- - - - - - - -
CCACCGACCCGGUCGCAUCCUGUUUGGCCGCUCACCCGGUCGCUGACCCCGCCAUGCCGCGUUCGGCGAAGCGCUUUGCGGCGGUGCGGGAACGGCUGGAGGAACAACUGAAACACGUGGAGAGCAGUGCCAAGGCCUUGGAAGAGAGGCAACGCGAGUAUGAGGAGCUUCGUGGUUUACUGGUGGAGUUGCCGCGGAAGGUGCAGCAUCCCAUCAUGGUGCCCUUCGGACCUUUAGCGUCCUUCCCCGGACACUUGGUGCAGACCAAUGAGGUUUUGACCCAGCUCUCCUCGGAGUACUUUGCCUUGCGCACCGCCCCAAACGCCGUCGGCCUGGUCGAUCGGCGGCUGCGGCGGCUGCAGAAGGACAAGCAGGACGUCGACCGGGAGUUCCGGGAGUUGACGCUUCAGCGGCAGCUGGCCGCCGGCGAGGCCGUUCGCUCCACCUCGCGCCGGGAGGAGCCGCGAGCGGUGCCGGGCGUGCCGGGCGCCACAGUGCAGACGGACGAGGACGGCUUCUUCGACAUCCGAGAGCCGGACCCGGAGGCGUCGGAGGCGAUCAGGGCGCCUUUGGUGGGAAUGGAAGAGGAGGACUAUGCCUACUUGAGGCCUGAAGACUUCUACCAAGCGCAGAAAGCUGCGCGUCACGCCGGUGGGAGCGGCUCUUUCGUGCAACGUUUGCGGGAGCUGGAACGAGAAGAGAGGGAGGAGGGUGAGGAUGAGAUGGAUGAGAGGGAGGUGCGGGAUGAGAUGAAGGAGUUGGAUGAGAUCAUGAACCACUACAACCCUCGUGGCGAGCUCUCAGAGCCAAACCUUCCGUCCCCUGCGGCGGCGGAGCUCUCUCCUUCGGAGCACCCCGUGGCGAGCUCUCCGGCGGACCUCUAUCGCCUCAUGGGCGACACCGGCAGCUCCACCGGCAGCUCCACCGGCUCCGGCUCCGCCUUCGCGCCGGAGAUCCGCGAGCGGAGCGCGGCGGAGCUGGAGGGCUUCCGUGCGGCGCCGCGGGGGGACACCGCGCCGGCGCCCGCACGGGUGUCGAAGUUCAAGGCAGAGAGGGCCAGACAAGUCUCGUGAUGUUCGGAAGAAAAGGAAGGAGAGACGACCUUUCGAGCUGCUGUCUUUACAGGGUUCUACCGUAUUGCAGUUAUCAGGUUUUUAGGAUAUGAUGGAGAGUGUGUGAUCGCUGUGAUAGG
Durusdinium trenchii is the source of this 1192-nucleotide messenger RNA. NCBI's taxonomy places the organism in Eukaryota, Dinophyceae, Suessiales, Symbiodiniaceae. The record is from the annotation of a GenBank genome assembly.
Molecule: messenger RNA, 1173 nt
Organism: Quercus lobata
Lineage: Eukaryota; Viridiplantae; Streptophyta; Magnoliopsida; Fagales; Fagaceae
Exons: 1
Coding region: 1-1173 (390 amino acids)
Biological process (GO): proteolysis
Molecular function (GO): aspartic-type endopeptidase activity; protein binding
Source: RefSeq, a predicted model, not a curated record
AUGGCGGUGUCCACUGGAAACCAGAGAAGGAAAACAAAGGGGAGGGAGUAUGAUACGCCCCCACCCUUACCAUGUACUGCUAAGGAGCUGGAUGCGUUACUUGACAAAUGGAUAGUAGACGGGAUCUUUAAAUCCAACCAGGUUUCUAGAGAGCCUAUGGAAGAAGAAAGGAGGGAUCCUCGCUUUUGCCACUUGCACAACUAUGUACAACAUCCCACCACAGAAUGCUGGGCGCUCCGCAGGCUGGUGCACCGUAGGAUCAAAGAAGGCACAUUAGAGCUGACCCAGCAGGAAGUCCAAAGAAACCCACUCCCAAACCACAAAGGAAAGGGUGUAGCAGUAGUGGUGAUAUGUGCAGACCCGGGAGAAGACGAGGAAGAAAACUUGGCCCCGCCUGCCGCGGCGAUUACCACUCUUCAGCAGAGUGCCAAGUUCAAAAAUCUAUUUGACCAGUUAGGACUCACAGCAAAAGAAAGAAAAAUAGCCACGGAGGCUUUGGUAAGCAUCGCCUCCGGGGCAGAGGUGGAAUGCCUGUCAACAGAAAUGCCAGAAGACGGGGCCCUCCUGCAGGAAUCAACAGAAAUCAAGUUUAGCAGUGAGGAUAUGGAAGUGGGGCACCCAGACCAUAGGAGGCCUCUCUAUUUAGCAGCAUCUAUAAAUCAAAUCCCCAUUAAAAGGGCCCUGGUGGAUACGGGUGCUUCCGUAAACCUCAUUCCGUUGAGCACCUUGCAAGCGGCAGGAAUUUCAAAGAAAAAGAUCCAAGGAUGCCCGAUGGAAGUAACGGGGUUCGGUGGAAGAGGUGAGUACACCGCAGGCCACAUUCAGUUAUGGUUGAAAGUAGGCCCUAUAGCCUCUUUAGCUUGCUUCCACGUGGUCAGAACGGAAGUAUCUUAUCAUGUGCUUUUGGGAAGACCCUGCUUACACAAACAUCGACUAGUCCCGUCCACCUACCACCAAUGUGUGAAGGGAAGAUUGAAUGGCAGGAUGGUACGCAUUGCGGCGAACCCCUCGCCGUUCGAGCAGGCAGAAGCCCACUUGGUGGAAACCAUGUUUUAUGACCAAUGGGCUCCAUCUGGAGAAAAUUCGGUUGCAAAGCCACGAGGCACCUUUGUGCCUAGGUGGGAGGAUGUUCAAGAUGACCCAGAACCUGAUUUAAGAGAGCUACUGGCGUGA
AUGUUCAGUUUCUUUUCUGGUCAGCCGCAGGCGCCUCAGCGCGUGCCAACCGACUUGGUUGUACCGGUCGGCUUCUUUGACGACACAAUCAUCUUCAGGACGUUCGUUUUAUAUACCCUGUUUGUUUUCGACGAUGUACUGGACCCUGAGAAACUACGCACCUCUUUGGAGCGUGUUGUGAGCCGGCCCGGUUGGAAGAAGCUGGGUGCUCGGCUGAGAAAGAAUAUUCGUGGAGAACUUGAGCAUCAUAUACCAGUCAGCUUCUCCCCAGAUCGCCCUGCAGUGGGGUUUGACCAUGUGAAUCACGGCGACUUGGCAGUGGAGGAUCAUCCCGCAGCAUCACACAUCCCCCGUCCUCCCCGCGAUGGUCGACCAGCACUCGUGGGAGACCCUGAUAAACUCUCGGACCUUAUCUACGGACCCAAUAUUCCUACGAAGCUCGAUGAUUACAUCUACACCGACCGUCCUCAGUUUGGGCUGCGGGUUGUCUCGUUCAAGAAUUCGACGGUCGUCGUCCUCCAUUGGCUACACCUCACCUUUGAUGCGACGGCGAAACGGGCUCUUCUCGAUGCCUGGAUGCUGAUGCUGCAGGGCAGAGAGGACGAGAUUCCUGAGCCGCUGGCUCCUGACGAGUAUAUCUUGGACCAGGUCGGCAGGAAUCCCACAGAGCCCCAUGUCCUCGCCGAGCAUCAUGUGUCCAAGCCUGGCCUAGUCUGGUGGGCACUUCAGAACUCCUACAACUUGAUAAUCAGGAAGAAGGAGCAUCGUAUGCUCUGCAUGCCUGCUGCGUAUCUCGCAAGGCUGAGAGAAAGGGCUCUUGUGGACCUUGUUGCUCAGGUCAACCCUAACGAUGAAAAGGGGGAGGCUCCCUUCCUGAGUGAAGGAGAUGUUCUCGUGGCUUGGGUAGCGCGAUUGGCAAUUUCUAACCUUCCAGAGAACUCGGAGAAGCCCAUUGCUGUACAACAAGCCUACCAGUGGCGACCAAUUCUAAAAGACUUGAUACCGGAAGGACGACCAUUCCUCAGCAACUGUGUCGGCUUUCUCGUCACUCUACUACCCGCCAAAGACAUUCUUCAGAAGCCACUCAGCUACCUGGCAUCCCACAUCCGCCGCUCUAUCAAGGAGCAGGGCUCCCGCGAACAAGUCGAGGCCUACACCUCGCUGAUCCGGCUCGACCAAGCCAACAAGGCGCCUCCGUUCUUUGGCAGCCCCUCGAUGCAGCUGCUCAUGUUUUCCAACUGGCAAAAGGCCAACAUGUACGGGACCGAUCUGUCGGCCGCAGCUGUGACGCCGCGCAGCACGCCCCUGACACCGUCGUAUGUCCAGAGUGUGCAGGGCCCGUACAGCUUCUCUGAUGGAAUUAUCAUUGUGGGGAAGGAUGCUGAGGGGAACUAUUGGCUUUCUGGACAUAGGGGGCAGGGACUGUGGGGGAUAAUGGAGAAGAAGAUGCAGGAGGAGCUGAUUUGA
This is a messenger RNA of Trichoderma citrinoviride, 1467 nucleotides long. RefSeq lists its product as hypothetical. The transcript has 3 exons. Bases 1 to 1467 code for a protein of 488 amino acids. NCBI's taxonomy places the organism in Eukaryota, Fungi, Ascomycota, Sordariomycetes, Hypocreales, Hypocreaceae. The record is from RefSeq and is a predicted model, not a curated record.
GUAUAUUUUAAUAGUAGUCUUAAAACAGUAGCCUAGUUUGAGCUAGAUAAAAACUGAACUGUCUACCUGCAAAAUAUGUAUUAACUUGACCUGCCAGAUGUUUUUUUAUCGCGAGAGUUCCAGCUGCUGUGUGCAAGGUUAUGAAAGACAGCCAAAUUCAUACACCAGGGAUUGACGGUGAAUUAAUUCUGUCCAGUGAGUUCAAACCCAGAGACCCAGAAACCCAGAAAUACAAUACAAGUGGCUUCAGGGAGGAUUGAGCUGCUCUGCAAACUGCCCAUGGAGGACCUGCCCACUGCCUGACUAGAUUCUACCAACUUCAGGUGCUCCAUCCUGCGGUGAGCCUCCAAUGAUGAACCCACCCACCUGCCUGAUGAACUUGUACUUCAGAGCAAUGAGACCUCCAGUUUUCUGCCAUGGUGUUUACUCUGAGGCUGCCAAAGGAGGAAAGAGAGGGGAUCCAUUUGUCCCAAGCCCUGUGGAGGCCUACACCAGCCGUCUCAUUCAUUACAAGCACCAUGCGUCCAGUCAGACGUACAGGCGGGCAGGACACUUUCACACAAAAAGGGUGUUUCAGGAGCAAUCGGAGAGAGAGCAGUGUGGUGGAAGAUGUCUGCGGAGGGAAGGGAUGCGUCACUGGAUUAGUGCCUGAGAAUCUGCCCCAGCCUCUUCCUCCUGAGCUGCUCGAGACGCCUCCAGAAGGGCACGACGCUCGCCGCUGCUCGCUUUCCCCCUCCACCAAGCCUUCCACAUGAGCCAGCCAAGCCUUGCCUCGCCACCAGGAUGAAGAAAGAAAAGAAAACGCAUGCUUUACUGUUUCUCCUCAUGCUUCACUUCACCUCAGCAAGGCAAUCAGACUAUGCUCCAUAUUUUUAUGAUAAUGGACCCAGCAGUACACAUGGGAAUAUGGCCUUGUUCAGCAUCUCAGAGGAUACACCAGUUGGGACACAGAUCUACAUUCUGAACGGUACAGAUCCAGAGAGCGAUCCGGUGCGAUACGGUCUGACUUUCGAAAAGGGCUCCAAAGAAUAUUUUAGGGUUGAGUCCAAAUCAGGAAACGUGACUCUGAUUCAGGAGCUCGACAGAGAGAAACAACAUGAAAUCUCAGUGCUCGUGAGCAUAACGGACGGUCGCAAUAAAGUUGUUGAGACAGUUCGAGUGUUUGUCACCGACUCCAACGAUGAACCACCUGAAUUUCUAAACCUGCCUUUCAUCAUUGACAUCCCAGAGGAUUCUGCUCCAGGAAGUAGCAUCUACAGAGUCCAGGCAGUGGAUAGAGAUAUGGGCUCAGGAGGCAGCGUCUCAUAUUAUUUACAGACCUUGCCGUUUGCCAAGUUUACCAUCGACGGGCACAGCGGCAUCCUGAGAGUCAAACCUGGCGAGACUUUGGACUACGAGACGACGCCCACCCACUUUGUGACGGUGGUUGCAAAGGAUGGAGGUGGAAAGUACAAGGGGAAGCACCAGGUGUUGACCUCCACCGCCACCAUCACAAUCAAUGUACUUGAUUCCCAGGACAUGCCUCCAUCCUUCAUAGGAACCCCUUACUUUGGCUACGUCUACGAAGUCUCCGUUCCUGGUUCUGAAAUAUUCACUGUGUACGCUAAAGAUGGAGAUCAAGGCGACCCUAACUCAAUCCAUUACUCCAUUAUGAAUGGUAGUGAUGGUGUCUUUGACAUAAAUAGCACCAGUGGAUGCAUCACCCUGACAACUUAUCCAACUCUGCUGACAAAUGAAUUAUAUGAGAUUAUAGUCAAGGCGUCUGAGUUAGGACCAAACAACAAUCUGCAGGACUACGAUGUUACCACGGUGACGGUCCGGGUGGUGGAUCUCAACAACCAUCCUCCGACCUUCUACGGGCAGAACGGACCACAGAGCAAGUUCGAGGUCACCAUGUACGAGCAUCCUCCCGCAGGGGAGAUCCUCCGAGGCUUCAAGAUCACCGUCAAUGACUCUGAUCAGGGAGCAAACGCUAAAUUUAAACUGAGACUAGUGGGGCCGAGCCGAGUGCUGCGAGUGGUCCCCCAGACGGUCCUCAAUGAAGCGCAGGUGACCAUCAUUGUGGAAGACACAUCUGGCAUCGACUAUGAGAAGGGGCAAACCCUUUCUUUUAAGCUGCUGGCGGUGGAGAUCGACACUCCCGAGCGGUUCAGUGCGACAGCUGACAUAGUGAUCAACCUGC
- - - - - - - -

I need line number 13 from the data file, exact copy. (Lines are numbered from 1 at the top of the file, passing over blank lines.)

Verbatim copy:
This is a messenger RNA of Trichoderma citrinoviride, 1467 nucleotides long. RefSeq lists its product as hypothetical. The transcript has 3 exons. Bases 1 to 1467 code for a protein of 488 amino acids. NCBI's taxonomy places the organism in Eukaryota, Fungi, Ascomycota, Sordariomycetes, Hypocreales, Hypocreaceae. The record is from RefSeq and is a predicted model, not a curated record.